University key to keeping immigrant brain power

Western News File PhotoSociology professor Michael Haan, Canada Research Chair in Migration and Ethnic Relations, believes Western needs to contribute to the city’s effort in attracting and retaining immigrants. Data collected for the 2016 Census, released by Statistics Canada last week, indicates nearly 22 per cent of Canadians are immigrants, the highest share the country has seen in 85 years.

Like Canada, London is seeing a large influx of highly educated immigrants. But if the Forest City has any hope of retaining its foreign-born population, Western needs to be a big piece of the effort, according to one Western researcher.

Data collected for the 2016 Census, released by Statistics Canada last week, indicates nearly 22 per cent of Canadians are immigrants, the highest share the country has seen in 85 years. From 2011-16, the country welcomed 1.2 million new immigrants. Statistics Canada estimates say immigrants could represent up to 30 per cent of all Canadians by 2036.

What’s more, those coming to Canada are more educated than ever before, with rates of postsecondary education more than double their Canadian-born counterparts. Educated newcomers already make up nearly half of the labour force in major centres, like Toronto and Vancouver.

These are promising, if unsurprising, statistics, said Sociology professor Michael Haan, Canada Research Chair in Migration and Ethnic Relations and Co-Director of the Statistics Canada Research Data Centre at Western.

But if the story is to be a good news story for London – which he sees as a microcosm of Canada – Western needs to play a role in not only attracting international students, but helping retain these individuals once they complete their studies.

“Western could think more about trying to see itself as a population growth engine and a population engine within the local economy,” Haan noted.

“The census release was confirming a lot of what we saw coming down the road already – lots of recent immigrants, lots of educated immigrants. About half of recent immigrants have bachelor’s degrees or higher when they come – and that’s just to London. That’s far higher than the rate of less recent immigrants or even the Canadian-born. Think of it as a hierarchy where the lowest level of education is among the Canadian-born population in the London census metropolitan area,” he continued.

“This is a good news story, of course, but we have to ensure people are properly employed. Part of what (Western) could do is show what proportion of international students are sticking around after they finish degrees.”

What muddies this story for London, Haan added, is London’s retention rates are not great. We attract a lot of immigrants, but they do not do well here. Earnings in London are bimodal, with immigrants (and non-immigrants, for that matter) either doing really well or not well at all. There’s not a lot in between.

The recent influx of educated immigrants can be attributed more broadly to Canada bringing in more immigrants, not London attracting more, he continued.

“For the size of the city – we have 475,000 in the census metropolitan area in Census 2016 – we are welcoming maybe 3,000 immigrants a year. That is quite a bit less than 1 per cent. Whereas the country, overall, is accepting almost 1 per cent of its population size, we’re over a million now in the next three years, over a population of 36 million, so almost 1 per cent of the population is added each year. We’re not getting our share of that,” Hann noted.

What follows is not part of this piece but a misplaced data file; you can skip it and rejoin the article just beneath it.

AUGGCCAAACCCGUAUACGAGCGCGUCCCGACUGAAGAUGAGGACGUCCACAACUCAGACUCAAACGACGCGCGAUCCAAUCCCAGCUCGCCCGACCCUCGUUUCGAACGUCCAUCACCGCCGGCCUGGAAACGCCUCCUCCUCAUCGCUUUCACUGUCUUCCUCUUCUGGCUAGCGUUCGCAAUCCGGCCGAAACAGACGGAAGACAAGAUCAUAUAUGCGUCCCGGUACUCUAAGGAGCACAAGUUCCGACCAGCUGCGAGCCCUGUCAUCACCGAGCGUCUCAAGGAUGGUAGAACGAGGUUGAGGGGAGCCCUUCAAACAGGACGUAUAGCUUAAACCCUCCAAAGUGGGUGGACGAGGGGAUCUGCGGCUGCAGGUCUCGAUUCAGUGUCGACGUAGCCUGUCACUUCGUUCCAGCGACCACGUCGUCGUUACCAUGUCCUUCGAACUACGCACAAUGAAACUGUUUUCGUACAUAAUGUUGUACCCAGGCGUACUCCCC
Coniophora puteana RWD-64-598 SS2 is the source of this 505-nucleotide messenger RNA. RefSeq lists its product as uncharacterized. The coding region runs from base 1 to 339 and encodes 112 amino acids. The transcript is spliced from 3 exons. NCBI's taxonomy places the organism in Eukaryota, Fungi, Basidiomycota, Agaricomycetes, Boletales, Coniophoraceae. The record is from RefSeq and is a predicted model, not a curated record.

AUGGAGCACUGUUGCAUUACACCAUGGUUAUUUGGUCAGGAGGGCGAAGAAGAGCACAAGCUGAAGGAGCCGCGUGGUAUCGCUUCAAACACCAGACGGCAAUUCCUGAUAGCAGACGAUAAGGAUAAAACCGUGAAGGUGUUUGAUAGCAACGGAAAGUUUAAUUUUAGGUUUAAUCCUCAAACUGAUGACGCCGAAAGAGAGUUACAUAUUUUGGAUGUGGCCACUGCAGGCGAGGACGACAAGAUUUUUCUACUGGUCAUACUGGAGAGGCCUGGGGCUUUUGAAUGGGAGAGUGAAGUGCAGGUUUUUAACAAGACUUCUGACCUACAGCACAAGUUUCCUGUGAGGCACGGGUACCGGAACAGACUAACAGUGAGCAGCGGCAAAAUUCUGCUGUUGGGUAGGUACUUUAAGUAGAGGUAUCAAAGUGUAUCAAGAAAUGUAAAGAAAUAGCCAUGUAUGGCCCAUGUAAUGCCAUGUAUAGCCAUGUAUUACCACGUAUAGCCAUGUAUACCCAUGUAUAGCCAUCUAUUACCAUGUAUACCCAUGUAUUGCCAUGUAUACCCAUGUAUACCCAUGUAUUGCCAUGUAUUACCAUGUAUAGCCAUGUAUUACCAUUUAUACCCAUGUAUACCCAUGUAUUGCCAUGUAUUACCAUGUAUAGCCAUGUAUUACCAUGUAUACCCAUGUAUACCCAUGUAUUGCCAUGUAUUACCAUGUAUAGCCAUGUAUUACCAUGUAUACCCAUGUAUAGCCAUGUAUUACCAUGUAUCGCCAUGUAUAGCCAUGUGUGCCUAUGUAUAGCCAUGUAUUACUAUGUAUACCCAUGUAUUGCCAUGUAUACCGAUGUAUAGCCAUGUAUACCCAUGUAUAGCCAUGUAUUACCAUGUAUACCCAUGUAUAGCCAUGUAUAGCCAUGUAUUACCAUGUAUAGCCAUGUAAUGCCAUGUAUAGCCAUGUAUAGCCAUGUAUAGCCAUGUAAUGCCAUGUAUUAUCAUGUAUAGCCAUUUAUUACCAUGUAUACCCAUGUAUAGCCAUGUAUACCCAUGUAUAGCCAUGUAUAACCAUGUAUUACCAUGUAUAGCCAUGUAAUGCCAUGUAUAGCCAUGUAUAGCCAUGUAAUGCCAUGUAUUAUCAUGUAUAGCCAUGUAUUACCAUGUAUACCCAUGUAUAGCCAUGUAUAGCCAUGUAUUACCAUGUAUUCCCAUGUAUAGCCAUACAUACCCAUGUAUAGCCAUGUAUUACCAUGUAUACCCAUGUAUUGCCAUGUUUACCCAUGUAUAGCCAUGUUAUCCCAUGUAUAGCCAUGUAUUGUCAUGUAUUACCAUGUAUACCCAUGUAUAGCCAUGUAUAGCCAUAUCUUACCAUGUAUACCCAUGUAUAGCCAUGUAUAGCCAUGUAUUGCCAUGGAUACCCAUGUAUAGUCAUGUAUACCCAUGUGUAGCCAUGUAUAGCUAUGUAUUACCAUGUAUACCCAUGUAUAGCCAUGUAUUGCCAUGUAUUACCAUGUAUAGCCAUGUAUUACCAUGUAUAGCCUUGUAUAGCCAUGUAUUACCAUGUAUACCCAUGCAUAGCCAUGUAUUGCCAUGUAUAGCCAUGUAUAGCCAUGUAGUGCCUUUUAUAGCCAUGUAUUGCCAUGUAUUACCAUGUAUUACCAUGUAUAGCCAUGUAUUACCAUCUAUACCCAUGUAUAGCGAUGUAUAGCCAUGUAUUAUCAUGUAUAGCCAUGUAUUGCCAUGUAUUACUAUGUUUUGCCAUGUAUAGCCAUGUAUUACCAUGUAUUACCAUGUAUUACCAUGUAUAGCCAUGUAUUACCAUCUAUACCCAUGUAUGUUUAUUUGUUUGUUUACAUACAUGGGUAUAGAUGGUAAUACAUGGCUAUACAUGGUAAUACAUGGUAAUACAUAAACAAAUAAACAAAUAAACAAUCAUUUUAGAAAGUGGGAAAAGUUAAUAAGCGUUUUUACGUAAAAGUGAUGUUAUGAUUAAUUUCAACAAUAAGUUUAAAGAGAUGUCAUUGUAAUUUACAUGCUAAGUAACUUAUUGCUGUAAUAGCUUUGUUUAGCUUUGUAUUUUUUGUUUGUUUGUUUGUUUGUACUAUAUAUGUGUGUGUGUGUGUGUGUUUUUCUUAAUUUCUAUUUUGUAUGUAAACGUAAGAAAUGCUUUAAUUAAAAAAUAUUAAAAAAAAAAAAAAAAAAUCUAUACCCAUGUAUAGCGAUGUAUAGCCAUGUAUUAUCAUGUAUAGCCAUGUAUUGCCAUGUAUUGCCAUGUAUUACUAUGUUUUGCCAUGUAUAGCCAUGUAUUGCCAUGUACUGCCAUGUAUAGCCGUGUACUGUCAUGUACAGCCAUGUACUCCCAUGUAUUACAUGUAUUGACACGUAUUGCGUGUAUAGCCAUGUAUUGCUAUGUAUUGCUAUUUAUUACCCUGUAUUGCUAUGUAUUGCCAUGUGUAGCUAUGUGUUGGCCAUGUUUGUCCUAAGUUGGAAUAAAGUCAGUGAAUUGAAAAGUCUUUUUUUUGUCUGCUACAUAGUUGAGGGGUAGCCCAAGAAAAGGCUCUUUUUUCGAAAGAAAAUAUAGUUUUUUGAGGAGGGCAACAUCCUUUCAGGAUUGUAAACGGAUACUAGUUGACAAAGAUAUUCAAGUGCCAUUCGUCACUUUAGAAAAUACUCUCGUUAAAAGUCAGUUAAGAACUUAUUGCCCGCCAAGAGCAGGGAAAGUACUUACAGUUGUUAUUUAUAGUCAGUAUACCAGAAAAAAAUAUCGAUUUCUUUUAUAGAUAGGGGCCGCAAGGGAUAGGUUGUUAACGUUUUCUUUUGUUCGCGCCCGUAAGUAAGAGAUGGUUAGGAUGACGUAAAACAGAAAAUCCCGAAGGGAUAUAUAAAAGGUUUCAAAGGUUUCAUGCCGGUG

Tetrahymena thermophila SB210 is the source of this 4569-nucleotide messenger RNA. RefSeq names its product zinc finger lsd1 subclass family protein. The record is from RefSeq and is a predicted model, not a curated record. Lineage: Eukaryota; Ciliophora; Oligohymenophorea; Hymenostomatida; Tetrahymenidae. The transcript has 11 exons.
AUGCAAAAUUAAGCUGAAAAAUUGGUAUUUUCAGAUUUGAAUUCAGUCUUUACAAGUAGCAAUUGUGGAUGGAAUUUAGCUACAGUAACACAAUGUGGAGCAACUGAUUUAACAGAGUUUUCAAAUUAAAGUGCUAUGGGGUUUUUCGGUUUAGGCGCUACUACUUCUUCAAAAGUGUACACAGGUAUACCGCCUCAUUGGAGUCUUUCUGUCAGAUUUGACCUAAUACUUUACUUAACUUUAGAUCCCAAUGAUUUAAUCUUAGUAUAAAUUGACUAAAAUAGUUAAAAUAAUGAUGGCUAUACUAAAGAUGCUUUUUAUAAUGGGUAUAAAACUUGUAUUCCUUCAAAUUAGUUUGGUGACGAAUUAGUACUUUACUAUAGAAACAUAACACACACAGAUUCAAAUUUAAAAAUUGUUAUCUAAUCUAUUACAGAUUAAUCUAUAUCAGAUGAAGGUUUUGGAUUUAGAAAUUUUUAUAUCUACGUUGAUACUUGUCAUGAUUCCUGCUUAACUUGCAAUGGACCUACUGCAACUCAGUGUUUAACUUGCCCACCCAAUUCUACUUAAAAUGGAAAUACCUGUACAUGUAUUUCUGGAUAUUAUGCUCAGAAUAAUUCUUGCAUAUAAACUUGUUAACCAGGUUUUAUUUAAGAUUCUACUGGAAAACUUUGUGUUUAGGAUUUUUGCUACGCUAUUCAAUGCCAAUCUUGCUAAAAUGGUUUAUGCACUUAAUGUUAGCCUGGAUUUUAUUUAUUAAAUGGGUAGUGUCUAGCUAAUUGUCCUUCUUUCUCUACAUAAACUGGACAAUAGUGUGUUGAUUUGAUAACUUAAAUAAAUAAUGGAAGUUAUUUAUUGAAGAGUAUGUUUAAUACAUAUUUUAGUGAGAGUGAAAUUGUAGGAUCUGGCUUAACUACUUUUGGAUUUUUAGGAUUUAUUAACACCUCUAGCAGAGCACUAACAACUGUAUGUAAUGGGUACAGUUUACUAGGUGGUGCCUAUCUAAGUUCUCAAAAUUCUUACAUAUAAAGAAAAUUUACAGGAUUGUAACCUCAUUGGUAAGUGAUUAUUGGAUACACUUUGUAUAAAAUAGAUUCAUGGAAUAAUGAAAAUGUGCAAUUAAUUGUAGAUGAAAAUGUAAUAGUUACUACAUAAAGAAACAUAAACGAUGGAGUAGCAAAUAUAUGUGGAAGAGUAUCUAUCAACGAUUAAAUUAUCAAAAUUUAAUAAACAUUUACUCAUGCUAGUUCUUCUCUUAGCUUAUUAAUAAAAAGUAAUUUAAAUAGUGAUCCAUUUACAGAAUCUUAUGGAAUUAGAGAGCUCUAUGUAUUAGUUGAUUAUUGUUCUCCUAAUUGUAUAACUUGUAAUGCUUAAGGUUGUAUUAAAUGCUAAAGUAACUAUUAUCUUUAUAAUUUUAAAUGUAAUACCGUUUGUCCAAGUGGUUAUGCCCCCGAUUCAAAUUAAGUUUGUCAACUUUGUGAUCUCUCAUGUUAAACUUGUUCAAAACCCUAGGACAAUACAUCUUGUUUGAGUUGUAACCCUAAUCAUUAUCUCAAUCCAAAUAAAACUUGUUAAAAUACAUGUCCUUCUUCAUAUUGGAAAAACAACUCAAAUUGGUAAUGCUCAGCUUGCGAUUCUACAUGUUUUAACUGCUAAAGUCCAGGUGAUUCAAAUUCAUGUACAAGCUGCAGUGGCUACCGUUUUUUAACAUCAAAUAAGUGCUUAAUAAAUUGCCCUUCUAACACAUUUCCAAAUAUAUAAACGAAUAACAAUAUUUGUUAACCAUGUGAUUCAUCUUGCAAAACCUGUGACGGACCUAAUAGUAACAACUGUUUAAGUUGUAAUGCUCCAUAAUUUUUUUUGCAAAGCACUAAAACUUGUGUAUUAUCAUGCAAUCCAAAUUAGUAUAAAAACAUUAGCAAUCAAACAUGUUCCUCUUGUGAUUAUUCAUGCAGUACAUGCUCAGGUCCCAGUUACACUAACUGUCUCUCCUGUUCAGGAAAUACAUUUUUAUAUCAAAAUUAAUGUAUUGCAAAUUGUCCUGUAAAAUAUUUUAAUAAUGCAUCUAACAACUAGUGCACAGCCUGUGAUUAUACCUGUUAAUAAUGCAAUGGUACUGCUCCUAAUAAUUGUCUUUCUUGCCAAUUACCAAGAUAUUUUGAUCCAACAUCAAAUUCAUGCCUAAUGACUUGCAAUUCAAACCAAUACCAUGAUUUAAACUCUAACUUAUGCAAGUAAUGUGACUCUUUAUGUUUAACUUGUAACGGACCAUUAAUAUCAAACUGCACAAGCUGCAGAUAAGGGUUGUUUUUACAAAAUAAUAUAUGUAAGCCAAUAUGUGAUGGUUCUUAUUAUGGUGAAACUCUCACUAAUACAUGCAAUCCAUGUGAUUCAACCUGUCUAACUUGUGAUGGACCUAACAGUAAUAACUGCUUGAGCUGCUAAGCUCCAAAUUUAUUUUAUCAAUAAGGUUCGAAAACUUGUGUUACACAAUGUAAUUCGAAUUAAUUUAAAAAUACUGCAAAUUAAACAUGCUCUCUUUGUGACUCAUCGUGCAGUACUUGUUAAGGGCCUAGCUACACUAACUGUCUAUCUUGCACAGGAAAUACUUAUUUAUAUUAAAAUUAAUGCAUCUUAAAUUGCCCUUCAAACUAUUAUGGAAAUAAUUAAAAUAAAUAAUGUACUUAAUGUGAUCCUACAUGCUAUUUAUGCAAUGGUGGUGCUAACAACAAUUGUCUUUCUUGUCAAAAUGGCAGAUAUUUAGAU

Students are more or less on their own when they want to come to Canada and the university is not providing them with supports, he continued, and this might be because Western hasn’t thought of itself as being part of the innovation and population growth engine in the region.

Census data paints London as an attractive place to work and live, Haan added.

Commute times are low, with one third of the city’s population being able to get to work in less than 15 minutes, and another third in less than 20. Time is a commodity, he stressed, and London excels in this regard.

Earnings are good in London. Manufacturing has rebounded. Given what the economy has endured in the last decade, we are doing well, he continued. Focusing our attention on the immigrant population coming in will help us do better.

“If we harness the human capital of immigrants coming in, and we learn more about the types of immigrants coming in, that’s really vital. We don’t know who we are attracting. This is shocking to me; when people come here with a university degree, we don’t know if it is in philosophy or life sciences,” he said.

While manufacturing was a big part of London’s identity, it doesn’t make a lot of sense to focus on that sector anymore, Haan explained. Life sciences and health sciences are exciting growth opportunities for London, and ones that could attract more international students and immigrants who want to stay and work in the city.

As for London’s most discouraging statistic – having the lowest employment rate of any city in Canada – Haan wants to underscore the promise immigration offers as a remedy.

“We have fewer people in the labour force than comparable cities so we really need to embrace immigration. Immigrants have much higher labour force participation rates. If we’re going to bring ourselves up so were not dead last, we really need to bring our heads around immigration and what we need to do to bring and keep people here.”